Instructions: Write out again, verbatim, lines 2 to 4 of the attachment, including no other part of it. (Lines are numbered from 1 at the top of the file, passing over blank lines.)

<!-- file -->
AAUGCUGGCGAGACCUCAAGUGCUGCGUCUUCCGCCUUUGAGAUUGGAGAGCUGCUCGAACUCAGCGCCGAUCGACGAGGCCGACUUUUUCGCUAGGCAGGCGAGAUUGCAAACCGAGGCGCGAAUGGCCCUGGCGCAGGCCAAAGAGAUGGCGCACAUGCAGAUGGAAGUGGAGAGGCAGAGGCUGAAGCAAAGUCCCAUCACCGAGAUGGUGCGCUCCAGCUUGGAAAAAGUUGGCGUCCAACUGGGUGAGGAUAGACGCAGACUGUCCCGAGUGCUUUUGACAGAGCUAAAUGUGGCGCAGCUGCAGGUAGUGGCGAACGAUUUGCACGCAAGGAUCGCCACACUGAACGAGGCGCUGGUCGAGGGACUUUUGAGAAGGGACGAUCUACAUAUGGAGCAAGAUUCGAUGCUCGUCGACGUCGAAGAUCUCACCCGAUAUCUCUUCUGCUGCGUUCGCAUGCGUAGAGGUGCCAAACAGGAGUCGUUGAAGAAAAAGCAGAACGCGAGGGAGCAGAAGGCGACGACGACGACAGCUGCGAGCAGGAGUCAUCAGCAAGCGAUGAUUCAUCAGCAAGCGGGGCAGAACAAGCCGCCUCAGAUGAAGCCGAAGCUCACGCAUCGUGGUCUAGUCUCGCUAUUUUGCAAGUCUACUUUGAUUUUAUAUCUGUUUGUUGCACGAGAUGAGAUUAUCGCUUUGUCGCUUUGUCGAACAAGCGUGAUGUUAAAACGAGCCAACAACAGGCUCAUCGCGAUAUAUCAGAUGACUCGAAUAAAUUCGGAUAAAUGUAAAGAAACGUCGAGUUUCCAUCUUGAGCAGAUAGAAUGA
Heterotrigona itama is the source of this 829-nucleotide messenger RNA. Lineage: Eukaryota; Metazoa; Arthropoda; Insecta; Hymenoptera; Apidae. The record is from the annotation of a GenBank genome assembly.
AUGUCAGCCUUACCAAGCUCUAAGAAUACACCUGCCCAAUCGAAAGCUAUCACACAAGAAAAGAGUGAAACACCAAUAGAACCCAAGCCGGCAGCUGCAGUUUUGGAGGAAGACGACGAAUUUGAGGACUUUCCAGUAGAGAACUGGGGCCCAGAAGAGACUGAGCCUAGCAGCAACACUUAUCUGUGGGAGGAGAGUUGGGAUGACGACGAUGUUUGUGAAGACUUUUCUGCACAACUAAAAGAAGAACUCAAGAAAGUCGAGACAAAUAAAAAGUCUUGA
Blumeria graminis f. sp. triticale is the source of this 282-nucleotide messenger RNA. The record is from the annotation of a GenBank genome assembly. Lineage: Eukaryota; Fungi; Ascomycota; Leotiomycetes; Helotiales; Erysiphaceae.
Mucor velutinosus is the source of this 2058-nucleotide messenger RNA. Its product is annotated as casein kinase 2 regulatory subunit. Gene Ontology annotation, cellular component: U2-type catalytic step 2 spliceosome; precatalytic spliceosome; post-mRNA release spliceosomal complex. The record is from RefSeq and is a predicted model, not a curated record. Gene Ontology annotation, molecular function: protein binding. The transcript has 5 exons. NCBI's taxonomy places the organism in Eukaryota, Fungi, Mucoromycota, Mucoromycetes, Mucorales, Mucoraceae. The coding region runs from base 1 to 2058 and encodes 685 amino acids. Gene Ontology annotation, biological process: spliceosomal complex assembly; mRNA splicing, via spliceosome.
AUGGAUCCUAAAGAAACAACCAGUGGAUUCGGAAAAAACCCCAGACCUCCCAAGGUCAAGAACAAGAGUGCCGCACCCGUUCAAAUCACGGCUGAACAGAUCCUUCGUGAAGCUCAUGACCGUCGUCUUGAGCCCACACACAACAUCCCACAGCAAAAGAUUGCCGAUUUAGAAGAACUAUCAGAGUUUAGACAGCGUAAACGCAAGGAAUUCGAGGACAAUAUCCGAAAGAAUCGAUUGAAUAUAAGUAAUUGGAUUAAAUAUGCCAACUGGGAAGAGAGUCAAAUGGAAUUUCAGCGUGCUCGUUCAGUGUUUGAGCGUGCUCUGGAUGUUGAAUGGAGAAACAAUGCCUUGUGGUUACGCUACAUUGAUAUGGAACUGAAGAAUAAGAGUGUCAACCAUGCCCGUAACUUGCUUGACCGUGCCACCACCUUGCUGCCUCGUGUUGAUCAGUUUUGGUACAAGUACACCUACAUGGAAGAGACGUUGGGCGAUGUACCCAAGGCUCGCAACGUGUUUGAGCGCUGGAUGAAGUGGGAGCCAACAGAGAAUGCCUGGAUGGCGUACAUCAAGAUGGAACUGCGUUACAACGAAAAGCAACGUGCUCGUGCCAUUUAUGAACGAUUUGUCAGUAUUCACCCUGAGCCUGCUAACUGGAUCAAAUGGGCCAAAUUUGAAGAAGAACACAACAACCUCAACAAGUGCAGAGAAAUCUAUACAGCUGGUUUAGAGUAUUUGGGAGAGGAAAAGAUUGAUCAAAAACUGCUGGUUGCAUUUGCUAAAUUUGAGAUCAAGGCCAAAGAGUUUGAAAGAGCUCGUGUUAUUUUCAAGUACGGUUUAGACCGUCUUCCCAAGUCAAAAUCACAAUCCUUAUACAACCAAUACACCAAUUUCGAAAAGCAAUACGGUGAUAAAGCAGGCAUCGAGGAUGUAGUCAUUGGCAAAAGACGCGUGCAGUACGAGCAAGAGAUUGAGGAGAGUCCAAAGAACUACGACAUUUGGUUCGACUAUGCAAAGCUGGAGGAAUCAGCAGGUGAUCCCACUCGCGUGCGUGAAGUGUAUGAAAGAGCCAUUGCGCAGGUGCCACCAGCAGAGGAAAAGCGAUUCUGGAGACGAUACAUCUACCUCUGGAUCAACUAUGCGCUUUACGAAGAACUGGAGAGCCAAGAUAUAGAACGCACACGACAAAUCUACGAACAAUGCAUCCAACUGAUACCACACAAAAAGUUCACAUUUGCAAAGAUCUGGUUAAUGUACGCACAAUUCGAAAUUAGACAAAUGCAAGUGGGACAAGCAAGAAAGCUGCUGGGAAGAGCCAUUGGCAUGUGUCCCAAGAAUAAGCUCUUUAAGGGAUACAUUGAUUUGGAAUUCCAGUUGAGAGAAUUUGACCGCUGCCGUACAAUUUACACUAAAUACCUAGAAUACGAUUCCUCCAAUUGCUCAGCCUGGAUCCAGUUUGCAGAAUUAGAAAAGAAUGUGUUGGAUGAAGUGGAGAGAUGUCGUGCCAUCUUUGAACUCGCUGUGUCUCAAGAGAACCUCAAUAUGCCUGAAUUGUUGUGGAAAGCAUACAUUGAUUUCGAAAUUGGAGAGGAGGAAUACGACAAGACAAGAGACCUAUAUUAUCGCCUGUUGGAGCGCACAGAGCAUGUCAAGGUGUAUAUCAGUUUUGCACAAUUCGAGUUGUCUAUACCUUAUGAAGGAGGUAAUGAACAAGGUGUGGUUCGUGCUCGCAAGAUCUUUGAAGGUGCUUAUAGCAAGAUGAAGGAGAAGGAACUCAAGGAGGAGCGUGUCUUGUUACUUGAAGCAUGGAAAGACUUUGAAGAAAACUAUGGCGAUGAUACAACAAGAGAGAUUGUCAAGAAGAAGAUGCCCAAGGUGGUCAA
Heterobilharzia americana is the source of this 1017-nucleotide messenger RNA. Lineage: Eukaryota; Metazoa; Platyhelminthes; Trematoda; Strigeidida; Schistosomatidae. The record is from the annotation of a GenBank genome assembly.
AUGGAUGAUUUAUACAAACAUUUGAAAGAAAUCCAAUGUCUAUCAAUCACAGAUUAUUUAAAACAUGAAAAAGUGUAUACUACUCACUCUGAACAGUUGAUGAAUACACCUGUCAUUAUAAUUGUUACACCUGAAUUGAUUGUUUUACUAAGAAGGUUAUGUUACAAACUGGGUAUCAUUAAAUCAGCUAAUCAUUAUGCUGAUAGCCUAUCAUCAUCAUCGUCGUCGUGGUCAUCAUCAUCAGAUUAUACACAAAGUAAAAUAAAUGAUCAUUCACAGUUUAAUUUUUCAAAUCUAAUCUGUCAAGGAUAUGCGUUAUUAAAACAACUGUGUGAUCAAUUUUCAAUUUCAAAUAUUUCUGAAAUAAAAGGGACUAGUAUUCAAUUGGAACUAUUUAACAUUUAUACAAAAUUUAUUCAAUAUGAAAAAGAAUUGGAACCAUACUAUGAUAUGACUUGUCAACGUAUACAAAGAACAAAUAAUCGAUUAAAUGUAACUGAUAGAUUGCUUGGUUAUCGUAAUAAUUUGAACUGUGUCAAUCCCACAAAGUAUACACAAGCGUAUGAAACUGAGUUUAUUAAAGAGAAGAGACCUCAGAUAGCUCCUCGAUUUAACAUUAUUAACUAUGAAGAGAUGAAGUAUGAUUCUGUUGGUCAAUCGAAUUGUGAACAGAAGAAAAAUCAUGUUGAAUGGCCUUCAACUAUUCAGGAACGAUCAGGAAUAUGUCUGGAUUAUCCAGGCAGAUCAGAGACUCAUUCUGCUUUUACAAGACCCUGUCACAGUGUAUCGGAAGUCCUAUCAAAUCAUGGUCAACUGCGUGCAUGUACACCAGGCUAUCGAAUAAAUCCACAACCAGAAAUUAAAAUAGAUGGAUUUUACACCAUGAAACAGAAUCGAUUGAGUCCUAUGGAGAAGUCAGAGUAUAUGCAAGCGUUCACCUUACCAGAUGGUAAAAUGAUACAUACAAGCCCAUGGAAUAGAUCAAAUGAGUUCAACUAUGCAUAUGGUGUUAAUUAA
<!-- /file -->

Heterotrigona itama is the source of this 829-nucleotide messenger RNA. Lineage: Eukaryota; Metazoa; Arthropoda; Insecta; Hymenoptera; Apidae. The record is from the annotation of a GenBank genome assembly.
AUGUCAGCCUUACCAAGCUCUAAGAAUACACCUGCCCAAUCGAAAGCUAUCACACAAGAAAAGAGUGAAACACCAAUAGAACCCAAGCCGGCAGCUGCAGUUUUGGAGGAAGACGACGAAUUUGAGGACUUUCCAGUAGAGAACUGGGGCCCAGAAGAGACUGAGCCUAGCAGCAACACUUAUCUGUGGGAGGAGAGUUGGGAUGACGACGAUGUUUGUGAAGACUUUUCUGCACAACUAAAAGAAGAACUCAAGAAAGUCGAGACAAAUAAAAAGUCUUGA
Blumeria graminis f. sp. triticale is the source of this 282-nucleotide messenger RNA. The record is from the annotation of a GenBank genome assembly. Lineage: Eukaryota; Fungi; Ascomycota; Leotiomycetes; Helotiales; Erysiphaceae.